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            Leaf Trait-Environment Relationships in a Subtropical Broadleaved Forest in South-East China

            Although trait analyses have become more important in community ecology, trait-environment correlations have rarely been studied along successional gradients. We asked which environmental variables had the strongest impact on intraspecific and interspecific trait variation in the community and which traits were most responsive to the environment. We established a series of plots in a secondary forest in the Chinese subtropics, stratified by successional stages that were defined by the time elapsed since the last logging activities. On a total of 27 plots all woody plants were recorded and a set of individuals of every species was analysed for leaf traits, resulting in a trait matrix of 26 leaf traits for 122 species. A Fourth Corner Analysis revealed that the mean values of many leaf traits were tightly related to the successional gradient. Most shifts in traits followed the leaf economics spectrum with decreasing specific leaf area and leaf nutrient contents with successional time. Beside succession, few additional environmental variables resulted in significant trait relationships, such as soil moisture and soil C and N content as well as topographical variables. Not all traits were related to the leaf economics spectrum, and thus, to the successional gradient, such as stomata size and density. By comparing different permutation models in the Fourth Corner Analysis, we found that the trait-environment link was based more on the association of species with the environment than of the communities with species traits. The strong species-environment association was brought about by a clear gradient in species composition along the succession series, while communities were not well differentiated in mean trait composition. In contrast, intraspecific trait variation did not show close environmental relationships. The study confirmed the role of environmental trait filtering in subtropical forests, with traits associated with the leaf economics spectrum being the most responsive ones.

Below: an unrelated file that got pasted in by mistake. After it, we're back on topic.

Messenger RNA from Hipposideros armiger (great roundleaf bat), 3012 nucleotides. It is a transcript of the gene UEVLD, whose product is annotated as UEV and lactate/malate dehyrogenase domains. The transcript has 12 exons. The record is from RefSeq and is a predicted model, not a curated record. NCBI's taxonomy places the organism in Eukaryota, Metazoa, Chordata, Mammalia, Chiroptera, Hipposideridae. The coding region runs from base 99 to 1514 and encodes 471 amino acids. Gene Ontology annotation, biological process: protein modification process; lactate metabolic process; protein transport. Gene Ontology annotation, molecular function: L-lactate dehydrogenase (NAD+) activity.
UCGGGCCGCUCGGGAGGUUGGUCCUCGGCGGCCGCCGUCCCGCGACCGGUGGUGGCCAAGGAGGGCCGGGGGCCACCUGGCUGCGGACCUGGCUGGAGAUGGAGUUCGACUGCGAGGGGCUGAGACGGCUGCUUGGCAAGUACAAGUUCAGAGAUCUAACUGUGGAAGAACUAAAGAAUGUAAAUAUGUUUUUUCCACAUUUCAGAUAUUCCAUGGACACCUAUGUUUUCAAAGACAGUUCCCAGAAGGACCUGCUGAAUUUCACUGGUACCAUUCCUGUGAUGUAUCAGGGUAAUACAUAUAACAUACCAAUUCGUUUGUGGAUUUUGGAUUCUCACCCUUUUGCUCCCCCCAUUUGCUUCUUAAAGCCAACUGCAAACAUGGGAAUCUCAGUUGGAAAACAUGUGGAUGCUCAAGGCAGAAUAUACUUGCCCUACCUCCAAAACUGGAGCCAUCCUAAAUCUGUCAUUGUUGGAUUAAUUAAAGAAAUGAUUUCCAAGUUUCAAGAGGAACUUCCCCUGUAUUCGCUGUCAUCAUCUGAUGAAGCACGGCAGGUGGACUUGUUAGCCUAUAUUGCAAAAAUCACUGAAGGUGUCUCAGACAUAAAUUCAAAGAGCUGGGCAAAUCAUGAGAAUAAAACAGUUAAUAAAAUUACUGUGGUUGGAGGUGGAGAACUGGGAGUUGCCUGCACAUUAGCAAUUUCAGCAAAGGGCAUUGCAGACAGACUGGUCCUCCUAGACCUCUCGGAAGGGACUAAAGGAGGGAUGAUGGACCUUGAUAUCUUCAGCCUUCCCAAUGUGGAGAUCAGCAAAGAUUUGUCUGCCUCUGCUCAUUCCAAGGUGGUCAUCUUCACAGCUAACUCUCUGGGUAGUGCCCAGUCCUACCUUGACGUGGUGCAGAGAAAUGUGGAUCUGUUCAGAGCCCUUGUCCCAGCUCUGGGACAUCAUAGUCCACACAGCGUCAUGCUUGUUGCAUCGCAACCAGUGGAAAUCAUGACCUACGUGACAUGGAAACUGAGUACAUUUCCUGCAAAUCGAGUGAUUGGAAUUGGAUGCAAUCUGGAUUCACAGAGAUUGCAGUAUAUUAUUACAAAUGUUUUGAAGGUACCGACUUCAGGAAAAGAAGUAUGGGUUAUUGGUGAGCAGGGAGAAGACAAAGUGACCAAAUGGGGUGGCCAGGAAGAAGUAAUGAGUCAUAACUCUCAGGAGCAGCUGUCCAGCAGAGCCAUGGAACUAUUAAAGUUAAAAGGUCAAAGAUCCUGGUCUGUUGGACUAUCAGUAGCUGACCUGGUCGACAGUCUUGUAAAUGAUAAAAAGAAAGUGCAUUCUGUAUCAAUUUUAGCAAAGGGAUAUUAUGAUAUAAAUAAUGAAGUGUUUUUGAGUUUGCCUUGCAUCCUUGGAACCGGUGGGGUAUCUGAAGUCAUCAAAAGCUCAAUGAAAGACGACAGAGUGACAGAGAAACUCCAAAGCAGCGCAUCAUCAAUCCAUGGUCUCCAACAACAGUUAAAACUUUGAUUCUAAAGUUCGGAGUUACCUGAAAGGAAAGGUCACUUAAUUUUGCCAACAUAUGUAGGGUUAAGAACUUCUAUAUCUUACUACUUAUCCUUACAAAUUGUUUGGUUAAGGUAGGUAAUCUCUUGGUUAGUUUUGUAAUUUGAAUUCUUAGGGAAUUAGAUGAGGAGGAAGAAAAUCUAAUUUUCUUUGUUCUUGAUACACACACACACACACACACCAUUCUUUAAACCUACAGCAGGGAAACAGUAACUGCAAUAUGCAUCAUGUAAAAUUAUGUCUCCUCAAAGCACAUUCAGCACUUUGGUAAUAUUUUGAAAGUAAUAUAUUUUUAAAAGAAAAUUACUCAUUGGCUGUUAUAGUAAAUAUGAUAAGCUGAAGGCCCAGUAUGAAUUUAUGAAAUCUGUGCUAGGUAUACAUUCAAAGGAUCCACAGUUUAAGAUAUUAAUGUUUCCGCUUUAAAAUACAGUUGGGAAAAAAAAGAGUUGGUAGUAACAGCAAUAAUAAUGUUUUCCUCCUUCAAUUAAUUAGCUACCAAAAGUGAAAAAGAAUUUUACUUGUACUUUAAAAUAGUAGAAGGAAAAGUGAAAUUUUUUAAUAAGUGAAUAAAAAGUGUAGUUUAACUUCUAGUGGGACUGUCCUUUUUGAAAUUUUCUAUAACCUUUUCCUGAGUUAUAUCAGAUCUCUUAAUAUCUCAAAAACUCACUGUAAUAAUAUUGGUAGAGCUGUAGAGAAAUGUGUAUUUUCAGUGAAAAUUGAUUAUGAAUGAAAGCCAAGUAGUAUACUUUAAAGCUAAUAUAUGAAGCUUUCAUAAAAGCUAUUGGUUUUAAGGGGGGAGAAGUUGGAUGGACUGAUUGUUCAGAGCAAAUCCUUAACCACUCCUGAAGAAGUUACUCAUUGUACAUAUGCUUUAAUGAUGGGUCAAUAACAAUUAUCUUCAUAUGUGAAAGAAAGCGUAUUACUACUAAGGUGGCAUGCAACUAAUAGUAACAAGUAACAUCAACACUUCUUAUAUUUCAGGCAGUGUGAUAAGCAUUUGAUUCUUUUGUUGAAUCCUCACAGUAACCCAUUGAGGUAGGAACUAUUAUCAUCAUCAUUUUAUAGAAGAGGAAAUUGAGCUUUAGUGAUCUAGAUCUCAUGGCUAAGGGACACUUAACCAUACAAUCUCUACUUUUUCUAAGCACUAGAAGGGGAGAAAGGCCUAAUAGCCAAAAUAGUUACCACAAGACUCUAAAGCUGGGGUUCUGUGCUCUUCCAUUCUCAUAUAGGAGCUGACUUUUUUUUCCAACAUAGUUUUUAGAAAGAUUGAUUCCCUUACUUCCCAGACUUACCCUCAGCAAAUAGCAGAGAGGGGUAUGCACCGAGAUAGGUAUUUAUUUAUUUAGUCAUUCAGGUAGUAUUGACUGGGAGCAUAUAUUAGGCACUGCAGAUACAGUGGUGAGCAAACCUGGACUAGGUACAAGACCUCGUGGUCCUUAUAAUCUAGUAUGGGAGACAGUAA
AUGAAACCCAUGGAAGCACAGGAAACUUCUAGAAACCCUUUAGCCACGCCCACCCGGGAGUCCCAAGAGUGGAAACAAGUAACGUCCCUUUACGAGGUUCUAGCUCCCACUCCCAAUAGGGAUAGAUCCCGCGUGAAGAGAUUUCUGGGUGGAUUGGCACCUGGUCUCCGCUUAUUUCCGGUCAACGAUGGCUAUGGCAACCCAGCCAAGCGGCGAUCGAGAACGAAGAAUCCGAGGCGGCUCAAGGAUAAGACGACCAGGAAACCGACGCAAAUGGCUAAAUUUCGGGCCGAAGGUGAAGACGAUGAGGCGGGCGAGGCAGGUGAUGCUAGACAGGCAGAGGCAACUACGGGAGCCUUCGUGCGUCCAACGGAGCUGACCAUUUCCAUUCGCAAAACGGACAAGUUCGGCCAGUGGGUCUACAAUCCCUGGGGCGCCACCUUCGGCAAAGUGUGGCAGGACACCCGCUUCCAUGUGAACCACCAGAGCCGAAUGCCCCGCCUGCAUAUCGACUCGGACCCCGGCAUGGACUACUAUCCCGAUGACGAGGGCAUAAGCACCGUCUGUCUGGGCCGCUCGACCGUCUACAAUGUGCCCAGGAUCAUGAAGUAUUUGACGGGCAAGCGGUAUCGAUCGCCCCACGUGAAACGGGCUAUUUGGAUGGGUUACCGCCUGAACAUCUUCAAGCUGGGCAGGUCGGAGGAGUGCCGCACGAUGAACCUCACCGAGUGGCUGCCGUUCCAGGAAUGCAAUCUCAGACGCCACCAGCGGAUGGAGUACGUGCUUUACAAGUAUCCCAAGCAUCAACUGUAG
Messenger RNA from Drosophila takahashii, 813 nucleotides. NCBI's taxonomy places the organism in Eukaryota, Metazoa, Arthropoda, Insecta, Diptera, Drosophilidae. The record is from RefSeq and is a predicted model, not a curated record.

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              China's forest policy for the 21st century.

              A half-century policy of forest exploitation and monoculture in China has led to disastrous consequences, including degradation of forests and landscapes, loss of biodiversity, unacceptable levels of soil erosion, and catastrophic flooding. A new forest policy had been adopted in China called the Natural Forest conservation Program (NFCP), which emphasizes expansion of natural forests and increasing the productivity of forest plantations. Through locally focused management strategies, biodiversity and forest resources will be sustained, and downstream regions will be better protected from flooding. This new policy is being implemented with a new combination of policy tools, including technical training and education, land management planning, mandatory conversion of marginal farmlands to forest, resettlement and retaining of forest dwellers, share in private ownership, and expanded research. These policy tools may have wider relevance for other countries, particularly developing countries.